Even as delegates to the Republican National Convention in Tampa, Florida, rode out tropical storm Isaac after staying put in their hotel rooms for most of Monday, city authorities in Florida had to send out armed riot police to deal with a second force that swept through their city — the Occupy movement.

Though the organisers of the four-day election-year conclave postponed the majority of events on Monday in light of Isaac’s direct path close to Tampa, by Tuesday morning all signs of stormy weather had passed, bringing cheer to the 50,000-plus attendees here. However, Isaac continued to pose a threat along the Gulf of Mexico coast, particularly to parts of Louisiana such as New Orleans — which faced the devastating consequences of Hurricane Katrina exactly seven years ago.

While Tampa escaped the worst of Isaac and hunkered down for a Republican speech-fest, city authorities sent out a battalion of heavily-armed police in riot gear to keep several hundred protesters of Occupy Tampa, the Green Party and the Poor People’s Economic Human Rights Campaign at bay.

The protesters initially marched from Camp Romneyville — a settlement for Occupy members and the city’s homeless, and a tongue-in-cheek reference to the “Hooverville” settlements that sprung up during the Great Depression. But scarcely half a mile down North Tampa Street, on their path towards the Tampa Convention Centre, they faced an impermeable wall of riot police — some mounted on horses, others with large rifles and a variety of other firearms.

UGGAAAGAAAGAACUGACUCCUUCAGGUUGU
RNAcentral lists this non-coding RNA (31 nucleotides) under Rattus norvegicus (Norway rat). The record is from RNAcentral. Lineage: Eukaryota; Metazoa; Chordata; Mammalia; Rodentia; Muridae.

The mood, however, was light. Protesters poked fun at the “state trooper” tags on the police, calling them “storm troopers” from the Star Wars movie series and sang the film’s theme song. Numerous protesters sought to shake hands with the unflinching wall of policemen. However, there were tense moments when the police corralled the protesters into parts of the street from where they could no longer advance towards the Convention Centre. Media covering the events were boxed in too.

Finally it was a heavy downpour — a parting gift from Isaac — that dispersed both the protesters and police. Dancing in the streets with abandon, the protesters made their way back to Romneyville; and after closely following their path for a some distance, the police broke ranks and removed the street barriers.

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